In late 1969, deeply in love with Graham Nash and armed with a batch of songs reflecting her life living with him in Hollywood's Laurel Canyon, Joni Mitchell was ready to record her third album. Returning to A&M Studios in Hollywood, where she'd crafted the Clouds LP with producer Paul Rothchild, she was full of confidence, determined to control the sessions completely on her own for the first time (David Crosby produced her debut Song to a Seagull in 1968). As a painter as well as musician, she was very aware of the art history model of students attaching themselves to a "master" to learn their craft, but now felt her apprenticeship was over. In an interview with Melody Maker, admitting she was hesitant to collaborate with other musicians, she asked, "How many times do you hear about painters working together?" As her friend and lover James Taylor later said, "Joni not only did the painting, she made the canvas."
Mitchell had already seen substantial success as a songwriter and performer, beginning with recordings of her early songs by Tom Rush and Judy Collins in 1967, and her signing to Reprise Records the following year. As a singer she had a supple vocal range, perfect pitch and the ability to jump to high notes with a kind of built-in falsetto. Her guitar playing combined typical folk fingerpicking idioms with robust explorations of unusual "dropped" tunings, giving her six-string Martin D-28 the ringing sound of a 12-string. This approach had been necessitated by the damage done to the strength of her left hand by childhood polio - playing a guitar with less string tension was much easier, and she could play a full chord with her right hand alone. (Guitar aficionados say she's used more than 50 different tunings over the years.)
For her new album, she planned to make more use of the piano as a lead instrument, having incorporated the influence of Chopin, Ravel and Satie. The critic Robert Christgau suggested her reliance on piano represented "a move from the open air to the drawing room," with a gain in gravitas she could completely back up.
Released in mid-March 1970, Ladies of the Canyon is solid throughout, and sets out clearly the direction Mitchell would take for the rest of her career, leaving behind many of the constraints and limitations of "folk music" for a genre-less art that cannot be pigeonholed as jazz, pop, rock, world music or anything else. Eschewing the standard "produced by" credit, she opted for "composed and arranged by Joni Mitchell," and painted a cover that's half black-and-white self-portrait, half colorful Laurel Canyon map.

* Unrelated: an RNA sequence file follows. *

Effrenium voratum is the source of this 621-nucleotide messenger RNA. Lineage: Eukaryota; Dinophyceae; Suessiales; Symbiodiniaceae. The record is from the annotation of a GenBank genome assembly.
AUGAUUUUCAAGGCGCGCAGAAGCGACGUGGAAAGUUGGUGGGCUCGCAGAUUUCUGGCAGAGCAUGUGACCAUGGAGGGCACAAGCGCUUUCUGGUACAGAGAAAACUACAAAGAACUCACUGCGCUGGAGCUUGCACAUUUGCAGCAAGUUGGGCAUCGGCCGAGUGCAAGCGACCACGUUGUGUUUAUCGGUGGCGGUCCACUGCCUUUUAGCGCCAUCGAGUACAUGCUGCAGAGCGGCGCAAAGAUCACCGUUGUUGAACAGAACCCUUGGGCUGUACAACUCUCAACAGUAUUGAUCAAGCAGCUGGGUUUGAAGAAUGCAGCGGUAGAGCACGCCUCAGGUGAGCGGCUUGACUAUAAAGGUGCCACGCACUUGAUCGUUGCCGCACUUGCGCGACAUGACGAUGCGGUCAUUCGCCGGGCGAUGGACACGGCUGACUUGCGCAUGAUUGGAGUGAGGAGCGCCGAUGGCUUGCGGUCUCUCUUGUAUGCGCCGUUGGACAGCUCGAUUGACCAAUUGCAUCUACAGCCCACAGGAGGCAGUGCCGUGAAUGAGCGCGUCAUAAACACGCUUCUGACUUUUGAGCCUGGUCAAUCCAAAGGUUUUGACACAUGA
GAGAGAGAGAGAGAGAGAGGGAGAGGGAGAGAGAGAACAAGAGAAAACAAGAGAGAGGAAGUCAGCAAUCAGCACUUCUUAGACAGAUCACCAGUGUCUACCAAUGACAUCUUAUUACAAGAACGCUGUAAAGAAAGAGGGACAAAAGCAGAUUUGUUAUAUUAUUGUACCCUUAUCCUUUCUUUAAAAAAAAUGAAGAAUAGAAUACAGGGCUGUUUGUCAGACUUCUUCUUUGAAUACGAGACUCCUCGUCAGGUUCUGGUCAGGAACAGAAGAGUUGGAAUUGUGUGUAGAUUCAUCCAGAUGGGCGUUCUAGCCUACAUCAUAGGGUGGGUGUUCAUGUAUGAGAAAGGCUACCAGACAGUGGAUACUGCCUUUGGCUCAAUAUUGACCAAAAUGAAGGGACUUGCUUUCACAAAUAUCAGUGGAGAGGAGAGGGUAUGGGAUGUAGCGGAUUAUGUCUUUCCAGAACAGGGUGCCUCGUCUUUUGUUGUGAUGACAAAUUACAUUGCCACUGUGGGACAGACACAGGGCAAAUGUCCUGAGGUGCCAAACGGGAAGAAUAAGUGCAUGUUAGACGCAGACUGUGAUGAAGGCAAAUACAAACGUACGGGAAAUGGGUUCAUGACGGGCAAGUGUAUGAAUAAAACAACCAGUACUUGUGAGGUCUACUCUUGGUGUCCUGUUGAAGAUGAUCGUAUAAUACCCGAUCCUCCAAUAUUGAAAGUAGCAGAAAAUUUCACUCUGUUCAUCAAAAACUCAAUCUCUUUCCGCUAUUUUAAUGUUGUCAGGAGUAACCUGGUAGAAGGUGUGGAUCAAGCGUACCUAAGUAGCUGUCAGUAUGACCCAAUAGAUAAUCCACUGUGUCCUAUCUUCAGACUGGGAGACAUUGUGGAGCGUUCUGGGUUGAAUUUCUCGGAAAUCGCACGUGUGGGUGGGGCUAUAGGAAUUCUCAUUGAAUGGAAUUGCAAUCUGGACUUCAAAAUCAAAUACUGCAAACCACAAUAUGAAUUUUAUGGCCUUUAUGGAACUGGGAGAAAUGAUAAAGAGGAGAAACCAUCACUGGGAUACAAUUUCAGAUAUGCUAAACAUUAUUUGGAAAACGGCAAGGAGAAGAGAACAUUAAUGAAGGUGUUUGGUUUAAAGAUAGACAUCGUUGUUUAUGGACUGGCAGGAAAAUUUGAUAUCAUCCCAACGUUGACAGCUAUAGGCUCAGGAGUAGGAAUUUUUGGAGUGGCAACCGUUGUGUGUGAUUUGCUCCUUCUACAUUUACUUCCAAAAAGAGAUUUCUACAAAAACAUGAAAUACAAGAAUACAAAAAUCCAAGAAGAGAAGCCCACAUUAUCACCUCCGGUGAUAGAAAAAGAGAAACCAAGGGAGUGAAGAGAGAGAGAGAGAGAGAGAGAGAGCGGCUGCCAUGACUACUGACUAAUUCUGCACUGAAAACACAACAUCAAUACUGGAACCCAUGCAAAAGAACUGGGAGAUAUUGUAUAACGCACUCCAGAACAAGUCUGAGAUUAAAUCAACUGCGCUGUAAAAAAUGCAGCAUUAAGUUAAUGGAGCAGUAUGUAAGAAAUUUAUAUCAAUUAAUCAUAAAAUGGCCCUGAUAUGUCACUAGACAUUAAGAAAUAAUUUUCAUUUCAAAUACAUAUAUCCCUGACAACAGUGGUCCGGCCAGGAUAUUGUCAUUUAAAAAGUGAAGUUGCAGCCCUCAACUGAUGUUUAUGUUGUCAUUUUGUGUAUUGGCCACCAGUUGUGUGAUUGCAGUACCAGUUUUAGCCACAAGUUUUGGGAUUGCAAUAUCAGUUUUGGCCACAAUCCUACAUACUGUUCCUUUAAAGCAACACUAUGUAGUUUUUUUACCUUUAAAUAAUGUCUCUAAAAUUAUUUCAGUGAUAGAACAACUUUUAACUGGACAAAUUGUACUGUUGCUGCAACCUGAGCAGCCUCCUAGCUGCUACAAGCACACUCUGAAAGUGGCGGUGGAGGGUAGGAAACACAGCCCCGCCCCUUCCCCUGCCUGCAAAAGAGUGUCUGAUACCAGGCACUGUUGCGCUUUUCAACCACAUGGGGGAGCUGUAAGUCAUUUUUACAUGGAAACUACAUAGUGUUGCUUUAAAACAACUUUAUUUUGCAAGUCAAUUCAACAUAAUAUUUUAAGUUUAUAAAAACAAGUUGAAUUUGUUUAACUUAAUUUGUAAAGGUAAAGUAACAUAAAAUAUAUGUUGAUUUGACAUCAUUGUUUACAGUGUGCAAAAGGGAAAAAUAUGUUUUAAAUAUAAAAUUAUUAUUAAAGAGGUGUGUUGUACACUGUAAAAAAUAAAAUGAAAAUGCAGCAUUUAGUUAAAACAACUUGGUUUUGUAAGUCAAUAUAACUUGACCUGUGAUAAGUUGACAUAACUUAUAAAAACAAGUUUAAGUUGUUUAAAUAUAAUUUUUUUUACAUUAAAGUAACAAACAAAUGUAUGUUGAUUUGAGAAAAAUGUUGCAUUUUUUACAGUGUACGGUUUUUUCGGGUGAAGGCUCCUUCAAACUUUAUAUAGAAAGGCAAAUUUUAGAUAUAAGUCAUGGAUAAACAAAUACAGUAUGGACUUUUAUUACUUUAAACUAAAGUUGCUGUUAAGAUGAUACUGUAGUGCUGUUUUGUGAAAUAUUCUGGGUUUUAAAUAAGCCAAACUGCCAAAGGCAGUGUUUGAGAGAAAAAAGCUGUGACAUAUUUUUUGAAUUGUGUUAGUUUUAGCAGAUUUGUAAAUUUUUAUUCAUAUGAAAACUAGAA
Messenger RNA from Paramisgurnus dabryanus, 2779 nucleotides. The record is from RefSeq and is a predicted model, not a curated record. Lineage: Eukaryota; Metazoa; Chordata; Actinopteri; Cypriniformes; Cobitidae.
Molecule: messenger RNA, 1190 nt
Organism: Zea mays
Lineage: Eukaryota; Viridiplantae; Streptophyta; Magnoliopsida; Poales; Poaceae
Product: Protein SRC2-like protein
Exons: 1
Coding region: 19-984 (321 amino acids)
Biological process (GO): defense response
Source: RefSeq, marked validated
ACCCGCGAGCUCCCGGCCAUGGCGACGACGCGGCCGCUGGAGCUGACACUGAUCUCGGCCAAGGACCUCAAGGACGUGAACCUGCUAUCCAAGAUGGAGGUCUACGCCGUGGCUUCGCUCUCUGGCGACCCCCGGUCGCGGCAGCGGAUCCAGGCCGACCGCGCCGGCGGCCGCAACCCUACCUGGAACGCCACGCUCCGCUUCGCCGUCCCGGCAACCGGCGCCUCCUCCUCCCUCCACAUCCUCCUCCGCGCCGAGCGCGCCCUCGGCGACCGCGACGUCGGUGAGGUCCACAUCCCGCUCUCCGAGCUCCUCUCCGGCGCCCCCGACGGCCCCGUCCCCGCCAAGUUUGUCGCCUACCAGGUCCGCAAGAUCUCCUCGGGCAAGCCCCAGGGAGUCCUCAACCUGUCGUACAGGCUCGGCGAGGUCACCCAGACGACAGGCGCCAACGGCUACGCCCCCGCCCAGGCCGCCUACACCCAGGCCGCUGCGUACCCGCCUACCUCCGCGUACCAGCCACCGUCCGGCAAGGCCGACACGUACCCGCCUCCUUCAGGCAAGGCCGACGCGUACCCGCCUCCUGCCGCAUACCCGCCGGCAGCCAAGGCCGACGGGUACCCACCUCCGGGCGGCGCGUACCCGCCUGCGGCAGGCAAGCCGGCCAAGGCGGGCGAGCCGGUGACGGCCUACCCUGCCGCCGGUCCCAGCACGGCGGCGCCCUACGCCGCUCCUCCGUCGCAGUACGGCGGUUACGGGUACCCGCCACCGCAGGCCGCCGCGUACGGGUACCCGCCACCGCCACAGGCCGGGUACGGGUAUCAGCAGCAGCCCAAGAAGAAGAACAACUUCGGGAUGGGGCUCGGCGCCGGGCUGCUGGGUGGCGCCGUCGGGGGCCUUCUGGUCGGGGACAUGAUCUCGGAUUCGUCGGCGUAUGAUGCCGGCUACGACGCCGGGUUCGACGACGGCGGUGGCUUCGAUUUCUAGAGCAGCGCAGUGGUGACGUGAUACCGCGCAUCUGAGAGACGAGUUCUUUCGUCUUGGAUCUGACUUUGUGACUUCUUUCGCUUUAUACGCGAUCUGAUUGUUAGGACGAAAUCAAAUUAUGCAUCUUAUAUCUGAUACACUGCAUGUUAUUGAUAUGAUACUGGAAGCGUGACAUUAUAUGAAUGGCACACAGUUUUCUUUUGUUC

The album begins with the gentle "Morning Morgantown," which at first echoes the feel of both "Chelsea Morning" and "Both Sides, Now" in its simple voice/guitar opening. But 45 seconds in, an overdubbed piano enters, playing a kind of music-box counterpoint. The arrangement serves notice that the two lead instruments will share space on the ensuing tracks.
It's followed by one of Mitchell's most cerebral and still emotional songs, "For Free," which was generated by the sound of a Lower Manhattan street musician playing the clarinet "real good, for free." The excellent opening couplet ("I slept last night in a good hotel/I went shopping today for jewels") introduces the storytelling frame of the song, and the economic critique to come. As a bonus, the vocal contains the idiosyncratic pronunciation of "jew-ells" and "schoo-ells" that seems playful but is delivered dead straight. Maybe it's Mitchell's way of saying, "I know perfectly well how to rhyme, but I may break the rules and plead 'poetic license' if I need another syllable or two." In the lyrics, Mitchell meditates on her ambivalence about showbiz ("I'll play if you have the money/Or if you're a friend to me") and commiserates with her fellow musician ("Nobody stopped to hear him/Though he played so sweet and high/They knew he had never been on their TV/So they passed his music by"). Still, she only empathizes with him so far - she too crosses the street instead of following an instinct to sing with him. A beautifully melancholy clarinet obligato from Paul Horn concludes the track.
"Conversation" contains the first of the album's stacked, wordless vocal interjections, directly influenced by Mitchell's admiration for the harmonies of Crosby, Stills, Nash and Young, which she saw birthed firsthand. It also features Jim Horn on baritone sax and Paul Horn's flute, the kind of added color Mitchell pursued when she recorded and toured with jazz players like Tom Scott and Jaco Pastorius a few years later. The female narrator of "Conversation" admires the neglected partner of another woman, who "removes him like a ring/To wash her hands/She only brings him out to show her friends." Admitting "I want to free him," she soothes him when he comes to her for "comfort and consolation," unable to end his unhappy primary relationship.